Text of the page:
This is a blog about remembering and forgetting inasmuch as it is about cooking.
Many years ago, my mother arrived in this country with two packed suitcases and a two-year old. She cooked, because back then most wives and mothers cooked for their families, and my mother was no exception. I think also that she cooked, not only because she had to, but because it connected her to a familiar life, to her family and her past in a way that little else could do. I like to think that perhaps it was a way for my family to combat homesickness.
If you were to ask her today about cooking or if you were to praise her cooking skills, she would shrug and say nonchalantly that she was just an “okay” cook. Her modestly notwithstanding, my mother cooked as if to say, “this is what I do to remind myself and to teach my children. This is how we ate, it is how we celebrated, and how we will continue to live.”
How we eat and what we eat binds us to a cultural identity in ways that cannot be measured nor overstated. What we eat runs deep in our blood and the experience of sharing meals gives us a kind of human community so commonplace that we forget how this extraordinary gesture is carefully embedded into the ordinary coming together of people and meals.
We are fortunate to recall memories redolent of the kitchen, full of bustle and chaos and reminiscent of wonder. We remember these meals clearly, how that first taste widened our eyes, so fleeting and bright on our tongues, how each flavor was different and then after a few minutes, it was gone, simply a memory, a taste of something sweet and simple, like love itself.
We celebrate our memories and our communities through food, and it is inevitable that these memories evolve through time and space. When groups of people travel across countries and continents, food-related habits change and newer, hybrid cultures evolve, along with newly created memories that eventually replace our yearnings for the old.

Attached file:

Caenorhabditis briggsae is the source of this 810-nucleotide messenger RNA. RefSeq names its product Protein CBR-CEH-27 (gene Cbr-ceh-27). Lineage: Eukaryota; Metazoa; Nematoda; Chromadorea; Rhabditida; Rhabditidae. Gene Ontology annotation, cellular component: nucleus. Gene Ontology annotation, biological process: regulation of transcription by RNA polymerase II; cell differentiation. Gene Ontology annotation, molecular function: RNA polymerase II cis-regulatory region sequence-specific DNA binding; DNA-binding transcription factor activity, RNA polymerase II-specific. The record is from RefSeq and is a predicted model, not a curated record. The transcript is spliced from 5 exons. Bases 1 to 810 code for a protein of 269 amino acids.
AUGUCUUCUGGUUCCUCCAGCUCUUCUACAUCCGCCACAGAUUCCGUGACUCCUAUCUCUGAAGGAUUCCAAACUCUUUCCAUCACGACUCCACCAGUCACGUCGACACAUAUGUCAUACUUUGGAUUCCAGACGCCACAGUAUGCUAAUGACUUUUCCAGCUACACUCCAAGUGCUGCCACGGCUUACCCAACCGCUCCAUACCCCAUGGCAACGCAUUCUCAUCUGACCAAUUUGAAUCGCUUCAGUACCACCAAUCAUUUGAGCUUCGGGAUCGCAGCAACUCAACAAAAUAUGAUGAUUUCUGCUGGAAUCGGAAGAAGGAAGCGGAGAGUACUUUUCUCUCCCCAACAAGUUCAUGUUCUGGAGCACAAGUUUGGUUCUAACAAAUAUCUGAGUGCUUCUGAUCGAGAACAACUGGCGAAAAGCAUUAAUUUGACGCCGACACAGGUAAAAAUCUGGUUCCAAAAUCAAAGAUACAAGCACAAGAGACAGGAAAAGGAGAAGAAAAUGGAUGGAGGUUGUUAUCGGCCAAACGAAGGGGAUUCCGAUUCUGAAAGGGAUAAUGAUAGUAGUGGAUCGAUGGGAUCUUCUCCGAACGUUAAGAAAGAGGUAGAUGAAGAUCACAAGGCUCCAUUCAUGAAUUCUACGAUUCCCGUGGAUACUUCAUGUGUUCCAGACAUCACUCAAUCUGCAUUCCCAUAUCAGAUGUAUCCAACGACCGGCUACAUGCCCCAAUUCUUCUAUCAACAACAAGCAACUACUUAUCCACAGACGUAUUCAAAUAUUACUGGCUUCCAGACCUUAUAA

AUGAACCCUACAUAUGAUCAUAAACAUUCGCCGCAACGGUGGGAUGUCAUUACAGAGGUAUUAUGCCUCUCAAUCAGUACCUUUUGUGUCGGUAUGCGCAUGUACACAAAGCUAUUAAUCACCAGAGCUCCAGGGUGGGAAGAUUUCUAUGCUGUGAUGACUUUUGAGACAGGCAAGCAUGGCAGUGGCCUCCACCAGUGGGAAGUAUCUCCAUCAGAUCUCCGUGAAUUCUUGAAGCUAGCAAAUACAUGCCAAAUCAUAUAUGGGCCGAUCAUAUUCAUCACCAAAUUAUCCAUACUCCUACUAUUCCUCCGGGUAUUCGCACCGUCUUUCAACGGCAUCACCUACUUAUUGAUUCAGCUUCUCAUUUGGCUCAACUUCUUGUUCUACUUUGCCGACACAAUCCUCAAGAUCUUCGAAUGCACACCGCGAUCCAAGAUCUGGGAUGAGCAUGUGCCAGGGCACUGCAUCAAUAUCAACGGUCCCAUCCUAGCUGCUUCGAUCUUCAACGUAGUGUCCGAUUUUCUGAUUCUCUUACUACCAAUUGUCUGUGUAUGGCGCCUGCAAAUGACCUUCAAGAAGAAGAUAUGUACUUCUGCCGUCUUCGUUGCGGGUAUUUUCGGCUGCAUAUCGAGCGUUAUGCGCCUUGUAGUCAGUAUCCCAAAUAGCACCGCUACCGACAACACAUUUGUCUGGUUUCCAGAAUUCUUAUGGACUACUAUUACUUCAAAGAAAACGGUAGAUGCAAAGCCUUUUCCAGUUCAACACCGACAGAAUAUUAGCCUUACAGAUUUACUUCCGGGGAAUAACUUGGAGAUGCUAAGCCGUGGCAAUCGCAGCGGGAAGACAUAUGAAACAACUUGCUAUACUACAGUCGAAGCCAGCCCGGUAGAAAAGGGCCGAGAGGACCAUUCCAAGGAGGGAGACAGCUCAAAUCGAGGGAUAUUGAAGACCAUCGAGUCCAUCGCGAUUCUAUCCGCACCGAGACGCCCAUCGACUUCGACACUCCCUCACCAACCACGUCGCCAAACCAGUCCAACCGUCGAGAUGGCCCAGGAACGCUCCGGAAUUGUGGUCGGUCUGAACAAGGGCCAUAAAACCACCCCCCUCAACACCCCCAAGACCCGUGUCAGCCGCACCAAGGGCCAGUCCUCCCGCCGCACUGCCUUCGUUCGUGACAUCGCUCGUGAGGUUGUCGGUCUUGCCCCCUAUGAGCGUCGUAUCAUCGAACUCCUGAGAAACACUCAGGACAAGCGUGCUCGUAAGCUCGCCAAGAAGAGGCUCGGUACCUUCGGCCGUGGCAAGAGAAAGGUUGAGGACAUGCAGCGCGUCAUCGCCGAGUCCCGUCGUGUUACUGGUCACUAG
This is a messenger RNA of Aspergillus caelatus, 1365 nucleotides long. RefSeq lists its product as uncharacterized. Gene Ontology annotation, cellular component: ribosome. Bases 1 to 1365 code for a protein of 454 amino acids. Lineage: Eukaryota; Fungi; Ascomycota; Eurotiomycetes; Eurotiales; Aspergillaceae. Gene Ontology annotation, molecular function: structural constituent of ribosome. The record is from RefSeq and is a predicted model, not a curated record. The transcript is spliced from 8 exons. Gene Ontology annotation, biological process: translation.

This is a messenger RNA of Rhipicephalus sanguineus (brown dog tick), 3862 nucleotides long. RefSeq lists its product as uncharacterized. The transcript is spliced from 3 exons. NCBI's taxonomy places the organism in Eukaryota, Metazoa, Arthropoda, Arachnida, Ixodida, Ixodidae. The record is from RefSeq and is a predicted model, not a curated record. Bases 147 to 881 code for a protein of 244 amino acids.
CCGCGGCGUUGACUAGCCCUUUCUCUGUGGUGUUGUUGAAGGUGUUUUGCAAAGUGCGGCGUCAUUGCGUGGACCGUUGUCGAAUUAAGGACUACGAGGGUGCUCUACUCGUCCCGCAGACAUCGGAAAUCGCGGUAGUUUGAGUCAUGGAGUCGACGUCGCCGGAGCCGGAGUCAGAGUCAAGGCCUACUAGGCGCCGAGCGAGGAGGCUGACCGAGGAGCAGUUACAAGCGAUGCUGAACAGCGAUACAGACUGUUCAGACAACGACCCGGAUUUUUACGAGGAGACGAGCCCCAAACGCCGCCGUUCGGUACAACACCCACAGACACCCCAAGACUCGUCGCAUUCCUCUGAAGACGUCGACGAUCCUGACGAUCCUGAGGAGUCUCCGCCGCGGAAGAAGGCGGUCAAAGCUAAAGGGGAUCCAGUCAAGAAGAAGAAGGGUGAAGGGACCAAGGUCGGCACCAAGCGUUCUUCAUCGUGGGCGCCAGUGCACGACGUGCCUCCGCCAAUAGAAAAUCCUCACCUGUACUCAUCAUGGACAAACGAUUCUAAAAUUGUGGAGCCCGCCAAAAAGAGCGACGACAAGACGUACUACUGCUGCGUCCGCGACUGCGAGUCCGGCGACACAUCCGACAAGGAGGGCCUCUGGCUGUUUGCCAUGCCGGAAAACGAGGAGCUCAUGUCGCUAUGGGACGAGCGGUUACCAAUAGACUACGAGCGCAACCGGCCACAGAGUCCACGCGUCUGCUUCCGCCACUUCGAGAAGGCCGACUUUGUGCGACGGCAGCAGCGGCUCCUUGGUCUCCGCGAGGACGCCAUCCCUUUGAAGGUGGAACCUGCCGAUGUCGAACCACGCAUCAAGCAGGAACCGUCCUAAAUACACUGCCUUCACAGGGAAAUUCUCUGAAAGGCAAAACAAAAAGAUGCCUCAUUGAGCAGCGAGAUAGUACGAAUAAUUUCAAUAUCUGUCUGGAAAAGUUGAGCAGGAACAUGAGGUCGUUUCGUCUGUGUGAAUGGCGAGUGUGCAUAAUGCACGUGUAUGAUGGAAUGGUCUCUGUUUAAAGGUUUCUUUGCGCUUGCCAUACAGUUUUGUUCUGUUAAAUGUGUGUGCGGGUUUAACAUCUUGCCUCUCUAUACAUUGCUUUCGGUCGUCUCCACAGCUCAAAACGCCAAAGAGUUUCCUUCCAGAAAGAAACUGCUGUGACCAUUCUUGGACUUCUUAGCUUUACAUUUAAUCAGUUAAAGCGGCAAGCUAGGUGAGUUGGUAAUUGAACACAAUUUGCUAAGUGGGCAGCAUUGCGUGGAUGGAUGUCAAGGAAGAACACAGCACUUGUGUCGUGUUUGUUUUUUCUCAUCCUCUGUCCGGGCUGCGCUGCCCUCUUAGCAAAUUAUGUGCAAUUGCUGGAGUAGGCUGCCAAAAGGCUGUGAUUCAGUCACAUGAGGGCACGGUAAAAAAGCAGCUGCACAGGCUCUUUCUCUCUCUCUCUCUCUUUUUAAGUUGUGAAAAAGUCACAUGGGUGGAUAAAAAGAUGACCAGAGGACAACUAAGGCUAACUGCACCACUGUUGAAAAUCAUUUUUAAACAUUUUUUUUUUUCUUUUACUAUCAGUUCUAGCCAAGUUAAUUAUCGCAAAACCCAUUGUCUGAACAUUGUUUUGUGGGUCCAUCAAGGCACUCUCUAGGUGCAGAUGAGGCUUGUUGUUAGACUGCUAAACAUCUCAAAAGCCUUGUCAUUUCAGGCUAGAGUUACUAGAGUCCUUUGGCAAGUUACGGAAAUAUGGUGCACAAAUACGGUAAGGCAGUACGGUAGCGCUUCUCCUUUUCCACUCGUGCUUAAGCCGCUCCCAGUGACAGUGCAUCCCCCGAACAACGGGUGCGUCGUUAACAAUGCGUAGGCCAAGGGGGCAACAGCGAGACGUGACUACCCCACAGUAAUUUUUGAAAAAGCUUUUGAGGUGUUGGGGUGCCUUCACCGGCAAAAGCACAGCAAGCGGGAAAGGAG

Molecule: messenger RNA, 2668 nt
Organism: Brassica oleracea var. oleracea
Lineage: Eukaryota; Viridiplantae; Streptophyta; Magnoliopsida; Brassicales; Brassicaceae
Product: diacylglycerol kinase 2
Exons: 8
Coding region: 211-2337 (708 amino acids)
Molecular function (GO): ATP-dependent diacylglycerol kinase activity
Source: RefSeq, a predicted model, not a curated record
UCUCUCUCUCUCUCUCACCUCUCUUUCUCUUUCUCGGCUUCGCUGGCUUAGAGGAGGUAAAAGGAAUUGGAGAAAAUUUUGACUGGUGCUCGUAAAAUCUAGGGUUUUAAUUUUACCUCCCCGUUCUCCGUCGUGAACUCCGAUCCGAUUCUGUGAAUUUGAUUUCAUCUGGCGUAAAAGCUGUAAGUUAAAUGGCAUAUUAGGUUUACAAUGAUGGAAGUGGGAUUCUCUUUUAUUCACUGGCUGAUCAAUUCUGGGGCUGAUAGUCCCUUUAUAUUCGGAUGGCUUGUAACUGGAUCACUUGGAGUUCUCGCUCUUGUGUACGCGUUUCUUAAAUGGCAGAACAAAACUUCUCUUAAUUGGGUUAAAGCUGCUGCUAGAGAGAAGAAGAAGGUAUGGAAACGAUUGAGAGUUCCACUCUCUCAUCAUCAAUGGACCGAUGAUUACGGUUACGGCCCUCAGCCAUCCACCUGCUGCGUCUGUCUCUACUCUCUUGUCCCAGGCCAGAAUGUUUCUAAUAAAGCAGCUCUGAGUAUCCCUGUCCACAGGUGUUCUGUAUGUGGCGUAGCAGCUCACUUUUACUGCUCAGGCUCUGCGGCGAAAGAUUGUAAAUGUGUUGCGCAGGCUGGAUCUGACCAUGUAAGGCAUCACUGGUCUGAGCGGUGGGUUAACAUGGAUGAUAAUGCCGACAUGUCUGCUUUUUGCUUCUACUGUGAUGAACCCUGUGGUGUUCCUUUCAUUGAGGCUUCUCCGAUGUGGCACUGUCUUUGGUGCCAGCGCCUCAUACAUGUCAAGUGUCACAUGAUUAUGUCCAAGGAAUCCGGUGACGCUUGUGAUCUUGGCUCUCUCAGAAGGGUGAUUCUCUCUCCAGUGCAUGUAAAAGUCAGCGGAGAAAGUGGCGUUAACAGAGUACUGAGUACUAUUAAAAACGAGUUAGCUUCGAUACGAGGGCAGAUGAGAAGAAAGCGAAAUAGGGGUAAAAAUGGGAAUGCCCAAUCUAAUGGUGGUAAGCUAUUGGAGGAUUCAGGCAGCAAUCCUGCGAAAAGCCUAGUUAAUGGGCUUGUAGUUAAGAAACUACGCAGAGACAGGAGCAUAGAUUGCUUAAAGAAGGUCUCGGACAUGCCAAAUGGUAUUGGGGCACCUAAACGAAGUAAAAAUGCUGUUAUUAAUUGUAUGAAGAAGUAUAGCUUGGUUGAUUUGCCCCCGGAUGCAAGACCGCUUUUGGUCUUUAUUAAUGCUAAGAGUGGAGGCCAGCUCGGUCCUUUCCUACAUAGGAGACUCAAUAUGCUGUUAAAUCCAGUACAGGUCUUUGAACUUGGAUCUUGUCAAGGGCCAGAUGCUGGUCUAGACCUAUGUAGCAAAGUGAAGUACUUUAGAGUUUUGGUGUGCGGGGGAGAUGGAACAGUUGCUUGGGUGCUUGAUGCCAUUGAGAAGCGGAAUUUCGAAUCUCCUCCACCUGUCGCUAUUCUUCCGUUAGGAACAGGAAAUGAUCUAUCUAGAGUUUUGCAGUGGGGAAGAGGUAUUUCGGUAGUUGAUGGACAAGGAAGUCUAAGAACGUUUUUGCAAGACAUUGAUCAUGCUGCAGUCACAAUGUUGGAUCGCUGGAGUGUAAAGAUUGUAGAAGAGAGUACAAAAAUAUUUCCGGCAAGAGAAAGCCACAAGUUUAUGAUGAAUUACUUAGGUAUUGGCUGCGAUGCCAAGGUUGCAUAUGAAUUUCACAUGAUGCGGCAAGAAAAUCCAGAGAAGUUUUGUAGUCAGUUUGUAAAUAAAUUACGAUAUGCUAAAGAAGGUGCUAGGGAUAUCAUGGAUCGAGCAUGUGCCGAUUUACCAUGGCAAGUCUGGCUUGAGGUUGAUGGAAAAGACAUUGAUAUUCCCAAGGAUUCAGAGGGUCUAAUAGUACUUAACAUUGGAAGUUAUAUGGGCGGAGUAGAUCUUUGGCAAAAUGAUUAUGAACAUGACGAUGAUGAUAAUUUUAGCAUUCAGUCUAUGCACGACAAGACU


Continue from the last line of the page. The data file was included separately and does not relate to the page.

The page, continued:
And that is perhaps the saving grace of mealtime: if you can share a meal, if you can remember (or re-create) the taste, then the act of sitting down to a meal abolishes loneliness, connecting us to those we left behind. Here is an institution that holds fast even as it comes along for the ride. It has been said many times that you are what you eat. I like to think that we are more. We are how we cook.
Some of the recipes in this collection highlight the cooking of Bengal, because it is the kind of Indian cooking I know. It is how our families and our friends have cooked through the years: the favorites that are enduring and the new recipes that eventually became part of our histories.
I’ve also adapted a number of traditional dishes and have designed them to make Bengali cooking accessible to those of us who live in, or grew up in, America. I hope this blog will be helpful to others who want to cook Bengali food.
The other recipes are a reflection of my life: where I live, what my family likes to eat, and what I’ve learned to cook from the myriad people and places I’ve encountered. My name is Mimi B. and I live in Chicago. Thank you for visiting.